"There's Mr. Reynolds. He runs Johnson’s. It's a boarding house, right on Route 3."
“Johnson’s?” Macy nodded in affirmation. “Okay, thanks.” Sam relaxed back in the chair, gripped his coffee, and sniffed the pungent aroma.
“I’ll be back with your order.” The waitress left, walking to the kitchen area of the restaurant.
“Dude, you need to chill,” Dean commented. “I wanted that bread.”
“I want to sleep in a bed, especially when it is cold outside.” Sam frowned at his brother, whose moods had been uneven as of late. He had noticed the same thing in himself, but one of them had to be logical and it was his turn.
They ate their meal with a friendly banter. A hefty tip to Macy expressed their regret for being annoying patrons.
She rewarded them with vague directions of finding Johnson's at the lights.
But the directions had been accurate. "Yeah, there is only one set of lights.” Dean said with awe.
“Oh, and there’s the house,” Sam added.
The white, rambling colonial home with its vinyl siding would have looked misplaced in a booming metropolis, but not in Twin Mountain. Dean pulled into the drive, and found the marked parking spaces in the rear of the house. They removed their duffle bags from the trunk. A spotlight, clicked on as they walked by and illuminated the front porch. Sam pressed the doorbell.
The curtain on the glass of the door was parted. The white haired man studied the brothers, opening the door, leaving the screen door between them for protection.
“Can I help you boys?”
“My brother and I are on a road trip, the waitress at Munroe’s said you might have room for us for a few days?” Sam explained with what he hoped sounded like sincerity.
“Come on in. I’m Christopher Reynolds.” The older man unlocked the screen door. Dean entered first.
“Do you own this place?”
“Yep.” Christopher nodded, and gestured for the brothers to follow him into a back room. “Thought it would be a good place to retire-live free then die.”
“Like the state motto,” Dean chuckled at the play on words.
They were ushered into a cluttered office. The boarding house owner pushed some newspapers off one of the chairs. Dean sat down and looked around the room.
“My brother’s interested in being a lawyer.” The older Winchester smiled at Sam, motioning to the large diplomas framed on the wall.
“Not anymore.” Sam studied the diplomas, feeling a slight pang when he saw the juris doctor degree emblazed with the Yale crest. However, his father’s death and the incidents in the last year had changed him. He had made his decision to be a hunter.
“Good choice, just too many lawyers out there. I was a professor at GW and taught too many of those yahoos.” Reynolds opened his desk draw and fished out a pen and a receipt form. “I need your name and credit card. You can have a room with a bathroom for a week at a time for seventy five dollars and that includes use of the kitchen.”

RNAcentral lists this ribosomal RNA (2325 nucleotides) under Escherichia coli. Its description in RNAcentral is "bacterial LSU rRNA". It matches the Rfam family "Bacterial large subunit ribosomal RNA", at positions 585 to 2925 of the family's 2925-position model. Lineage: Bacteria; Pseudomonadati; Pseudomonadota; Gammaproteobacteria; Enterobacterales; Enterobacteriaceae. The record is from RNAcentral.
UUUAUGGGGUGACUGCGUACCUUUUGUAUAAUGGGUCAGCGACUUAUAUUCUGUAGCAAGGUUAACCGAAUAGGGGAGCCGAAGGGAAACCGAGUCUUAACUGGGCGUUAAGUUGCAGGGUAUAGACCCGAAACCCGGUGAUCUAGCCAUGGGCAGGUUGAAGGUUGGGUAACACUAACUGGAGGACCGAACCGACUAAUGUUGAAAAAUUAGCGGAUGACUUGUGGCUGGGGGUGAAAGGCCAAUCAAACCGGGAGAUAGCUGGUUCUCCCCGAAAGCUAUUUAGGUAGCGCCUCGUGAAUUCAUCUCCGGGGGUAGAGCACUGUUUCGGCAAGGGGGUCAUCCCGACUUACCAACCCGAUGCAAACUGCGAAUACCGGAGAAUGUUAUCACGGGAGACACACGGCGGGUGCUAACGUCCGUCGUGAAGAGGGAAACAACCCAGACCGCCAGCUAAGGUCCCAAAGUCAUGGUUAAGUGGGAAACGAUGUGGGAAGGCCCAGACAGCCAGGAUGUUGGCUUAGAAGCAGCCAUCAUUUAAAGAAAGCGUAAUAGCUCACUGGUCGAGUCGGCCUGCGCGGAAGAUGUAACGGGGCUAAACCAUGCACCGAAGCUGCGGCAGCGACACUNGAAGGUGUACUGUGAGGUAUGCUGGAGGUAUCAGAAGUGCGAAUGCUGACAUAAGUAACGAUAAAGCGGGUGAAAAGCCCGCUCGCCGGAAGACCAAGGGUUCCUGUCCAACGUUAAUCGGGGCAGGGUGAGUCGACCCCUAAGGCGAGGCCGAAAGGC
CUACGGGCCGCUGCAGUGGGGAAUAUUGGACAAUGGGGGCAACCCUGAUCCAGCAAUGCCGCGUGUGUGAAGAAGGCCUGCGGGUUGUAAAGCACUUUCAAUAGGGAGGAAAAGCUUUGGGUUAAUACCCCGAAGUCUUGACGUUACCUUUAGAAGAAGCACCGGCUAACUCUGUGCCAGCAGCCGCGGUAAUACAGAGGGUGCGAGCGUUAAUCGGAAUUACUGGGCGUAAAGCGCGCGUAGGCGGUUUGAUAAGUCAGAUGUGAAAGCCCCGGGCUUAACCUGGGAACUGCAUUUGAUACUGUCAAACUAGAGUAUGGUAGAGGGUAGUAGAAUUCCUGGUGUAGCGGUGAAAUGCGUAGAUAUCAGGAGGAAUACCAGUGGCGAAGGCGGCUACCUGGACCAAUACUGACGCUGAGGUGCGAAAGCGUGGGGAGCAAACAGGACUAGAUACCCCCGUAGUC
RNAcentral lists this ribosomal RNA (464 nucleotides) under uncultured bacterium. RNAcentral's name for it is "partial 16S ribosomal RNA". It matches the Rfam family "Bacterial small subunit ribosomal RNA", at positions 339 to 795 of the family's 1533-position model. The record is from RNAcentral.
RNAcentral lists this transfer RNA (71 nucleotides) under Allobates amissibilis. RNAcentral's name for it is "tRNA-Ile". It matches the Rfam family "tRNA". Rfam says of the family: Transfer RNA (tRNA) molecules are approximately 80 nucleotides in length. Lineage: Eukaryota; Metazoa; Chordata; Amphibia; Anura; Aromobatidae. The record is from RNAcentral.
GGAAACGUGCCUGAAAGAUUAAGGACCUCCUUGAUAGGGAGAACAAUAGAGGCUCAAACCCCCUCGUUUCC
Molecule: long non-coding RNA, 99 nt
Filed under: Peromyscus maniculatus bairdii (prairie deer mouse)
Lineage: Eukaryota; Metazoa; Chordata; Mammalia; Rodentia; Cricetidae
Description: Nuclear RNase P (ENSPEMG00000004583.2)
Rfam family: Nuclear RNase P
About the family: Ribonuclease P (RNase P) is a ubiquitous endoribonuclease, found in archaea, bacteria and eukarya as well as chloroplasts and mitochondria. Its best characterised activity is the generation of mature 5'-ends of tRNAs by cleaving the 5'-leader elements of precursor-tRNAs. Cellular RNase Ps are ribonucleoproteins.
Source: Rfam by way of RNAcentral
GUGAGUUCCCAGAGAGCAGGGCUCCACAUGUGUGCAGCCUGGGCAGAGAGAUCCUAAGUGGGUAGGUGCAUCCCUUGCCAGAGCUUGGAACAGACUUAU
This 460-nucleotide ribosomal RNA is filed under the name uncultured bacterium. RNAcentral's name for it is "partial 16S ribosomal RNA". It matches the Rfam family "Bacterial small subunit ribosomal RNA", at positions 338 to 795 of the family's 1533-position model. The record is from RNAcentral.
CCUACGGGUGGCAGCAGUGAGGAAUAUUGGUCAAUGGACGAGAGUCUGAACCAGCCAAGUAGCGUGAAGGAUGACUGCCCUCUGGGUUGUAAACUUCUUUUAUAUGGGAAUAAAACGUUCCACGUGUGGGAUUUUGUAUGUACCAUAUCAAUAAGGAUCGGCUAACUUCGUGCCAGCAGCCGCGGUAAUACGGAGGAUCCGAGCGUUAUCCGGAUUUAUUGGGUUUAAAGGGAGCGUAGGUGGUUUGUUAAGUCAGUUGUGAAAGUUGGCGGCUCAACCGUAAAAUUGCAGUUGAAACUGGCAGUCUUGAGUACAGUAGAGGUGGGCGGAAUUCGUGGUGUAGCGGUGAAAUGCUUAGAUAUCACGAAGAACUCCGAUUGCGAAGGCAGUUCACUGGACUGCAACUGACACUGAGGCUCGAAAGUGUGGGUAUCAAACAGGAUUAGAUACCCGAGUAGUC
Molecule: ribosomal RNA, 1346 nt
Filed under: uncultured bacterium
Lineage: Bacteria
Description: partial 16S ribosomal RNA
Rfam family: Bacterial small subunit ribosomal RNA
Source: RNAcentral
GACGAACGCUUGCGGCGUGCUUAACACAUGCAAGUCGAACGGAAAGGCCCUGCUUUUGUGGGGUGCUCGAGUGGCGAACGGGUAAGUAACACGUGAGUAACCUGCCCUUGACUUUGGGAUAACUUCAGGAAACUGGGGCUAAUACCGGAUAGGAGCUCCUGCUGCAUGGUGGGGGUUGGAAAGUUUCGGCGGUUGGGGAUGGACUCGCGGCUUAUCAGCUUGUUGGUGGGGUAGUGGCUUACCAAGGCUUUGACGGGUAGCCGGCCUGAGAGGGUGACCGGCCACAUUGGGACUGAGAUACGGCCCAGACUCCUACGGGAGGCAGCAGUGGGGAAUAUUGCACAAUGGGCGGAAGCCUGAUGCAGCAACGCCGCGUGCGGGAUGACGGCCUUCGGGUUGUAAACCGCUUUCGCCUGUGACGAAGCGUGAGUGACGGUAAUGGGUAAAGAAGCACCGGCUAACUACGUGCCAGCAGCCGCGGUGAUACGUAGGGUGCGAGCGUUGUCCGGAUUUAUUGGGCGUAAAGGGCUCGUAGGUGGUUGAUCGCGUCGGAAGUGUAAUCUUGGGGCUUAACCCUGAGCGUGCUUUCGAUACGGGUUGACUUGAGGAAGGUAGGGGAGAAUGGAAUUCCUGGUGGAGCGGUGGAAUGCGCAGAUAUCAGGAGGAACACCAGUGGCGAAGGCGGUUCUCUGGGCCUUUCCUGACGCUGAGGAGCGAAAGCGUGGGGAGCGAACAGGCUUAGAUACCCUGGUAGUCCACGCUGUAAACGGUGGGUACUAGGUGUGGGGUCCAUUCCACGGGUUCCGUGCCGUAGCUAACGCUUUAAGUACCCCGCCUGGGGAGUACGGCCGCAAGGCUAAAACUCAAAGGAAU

“We’ll take it.” Dean took out his wallet and handed a MasterCard to the proprietor.
“The town put in Wicked Wifi. We get a great signal here, in case you have a laptop.” Christopher spoke as he wrote the information from the credit card.
“Quite a stack of papers.” Sam thumbed through one of the piles of yellowed papers.
“Writing my memoirs,” Christopher commented. “I grew up around here. I use the newspapers as reference points.” He handed Dean back the credit card.
“Can I borrow some of the recent papers?” Sam asked, noticing the state trooper’s death was on the front page. He figured there would be information about the death, which could help them.
“Sure, just keep them neat.” Reynolds reached for a one of the keys hanging above his desk. “You know being a lawyer is an honorable profession. Where did you do your undergrad?”
“Standford,” Sam replied, omitting the fact he hadn’t completed his education.
Christopher nodded. “I was a history major at Vanderbilt, and I didn’t want to be a teacher –so I figured I would continue my education and try to help people.”
“Weren’t you a history major?” Dean added, taking the keys.
Sam glared at his brother, trying to will him to silence.
“Maybe Sam can drop by and you can talk some more?”
“Sure, anytime.” The proprietor ushered them from the office and pointed to the staircase leading to their room. "I have some books if you're interested.”
“Thanks.” Sam shifted the newspapers, as he hitched his duffle bag higher onto his shoulder. He remained quiet until he entered the room. “Why did you do that?” he asked his brother, who had deposited his bag on the bed closest to the windows.
“What? You should keep your options open.” Dean shrugged his shoulders.
Sam didn’t want to push his brother into an argument. The younger Winchester knew there weren’t any options available. He needed answers.
He sat on the twin bed, and began to read the newspaper, circling with his finger a name. “I know who we should talk to tomorrow,” he said to Dean.
"I have to wear a suit, don’t I?" Dean commented, lying on the other bed, his head cushioned by his crossed arms.
Sam smiled, knowing his
brother hated the confines of a tie, shirt and jacket. "Probably."